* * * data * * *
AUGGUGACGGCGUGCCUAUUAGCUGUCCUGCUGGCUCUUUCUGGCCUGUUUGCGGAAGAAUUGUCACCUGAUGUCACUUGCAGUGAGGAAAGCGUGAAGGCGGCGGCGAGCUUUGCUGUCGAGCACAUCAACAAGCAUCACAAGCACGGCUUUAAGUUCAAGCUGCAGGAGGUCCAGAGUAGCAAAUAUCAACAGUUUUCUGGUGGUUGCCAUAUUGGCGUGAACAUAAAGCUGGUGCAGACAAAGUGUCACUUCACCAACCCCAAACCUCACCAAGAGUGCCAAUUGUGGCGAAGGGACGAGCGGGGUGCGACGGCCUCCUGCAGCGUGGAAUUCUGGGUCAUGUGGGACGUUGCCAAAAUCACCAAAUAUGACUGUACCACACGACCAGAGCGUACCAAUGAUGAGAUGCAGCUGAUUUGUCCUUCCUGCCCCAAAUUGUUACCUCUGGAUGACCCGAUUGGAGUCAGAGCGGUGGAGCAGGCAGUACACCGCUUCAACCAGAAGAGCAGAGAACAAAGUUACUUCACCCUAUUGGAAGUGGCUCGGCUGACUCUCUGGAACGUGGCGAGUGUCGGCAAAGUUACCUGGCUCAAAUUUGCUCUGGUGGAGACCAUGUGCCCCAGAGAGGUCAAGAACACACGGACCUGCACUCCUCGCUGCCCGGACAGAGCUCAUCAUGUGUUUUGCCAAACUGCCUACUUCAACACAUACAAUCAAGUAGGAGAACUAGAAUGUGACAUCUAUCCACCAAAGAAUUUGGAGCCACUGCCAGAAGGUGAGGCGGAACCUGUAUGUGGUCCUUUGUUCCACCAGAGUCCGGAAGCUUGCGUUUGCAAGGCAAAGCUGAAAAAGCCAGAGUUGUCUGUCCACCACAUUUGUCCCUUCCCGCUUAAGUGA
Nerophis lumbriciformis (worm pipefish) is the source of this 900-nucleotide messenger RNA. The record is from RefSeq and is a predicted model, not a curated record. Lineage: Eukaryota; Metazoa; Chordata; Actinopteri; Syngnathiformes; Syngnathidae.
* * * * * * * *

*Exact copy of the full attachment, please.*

AUGGUGACGGCGUGCCUAUUAGCUGUCCUGCUGGCUCUUUCUGGCCUGUUUGCGGAAGAAUUGUCACCUGAUGUCACUUGCAGUGAGGAAAGCGUGAAGGCGGCGGCGAGCUUUGCUGUCGAGCACAUCAACAAGCAUCACAAGCACGGCUUUAAGUUCAAGCUGCAGGAGGUCCAGAGUAGCAAAUAUCAACAGUUUUCUGGUGGUUGCCAUAUUGGCGUGAACAUAAAGCUGGUGCAGACAAAGUGUCACUUCACCAACCCCAAACCUCACCAAGAGUGCCAAUUGUGGCGAAGGGACGAGCGGGGUGCGACGGCCUCCUGCAGCGUGGAAUUCUGGGUCAUGUGGGACGUUGCCAAAAUCACCAAAUAUGACUGUACCACACGACCAGAGCGUACCAAUGAUGAGAUGCAGCUGAUUUGUCCUUCCUGCCCCAAAUUGUUACCUCUGGAUGACCCGAUUGGAGUCAGAGCGGUGGAGCAGGCAGUACACCGCUUCAACCAGAAGAGCAGAGAACAAAGUUACUUCACCCUAUUGGAAGUGGCUCGGCUGACUCUCUGGAACGUGGCGAGUGUCGGCAAAGUUACCUGGCUCAAAUUUGCUCUGGUGGAGACCAUGUGCCCCAGAGAGGUCAAGAACACACGGACCUGCACUCCUCGCUGCCCGGACAGAGCUCAUCAUGUGUUUUGCCAAACUGCCUACUUCAACACAUACAAUCAAGUAGGAGAACUAGAAUGUGACAUCUAUCCACCAAAGAAUUUGGAGCCACUGCCAGAAGGUGAGGCGGAACCUGUAUGUGGUCCUUUGUUCCACCAGAGUCCGGAAGCUUGCGUUUGCAAGGCAAAGCUGAAAAAGCCAGAGUUGUCUGUCCACCACAUUUGUCCCUUCCCGCUUAAGUGA
Nerophis lumbriciformis (worm pipefish) is the source of this 900-nucleotide messenger RNA. The record is from RefSeq and is a predicted model, not a curated record. Lineage: Eukaryota; Metazoa; Chordata; Actinopteri; Syngnathiformes; Syngnathidae.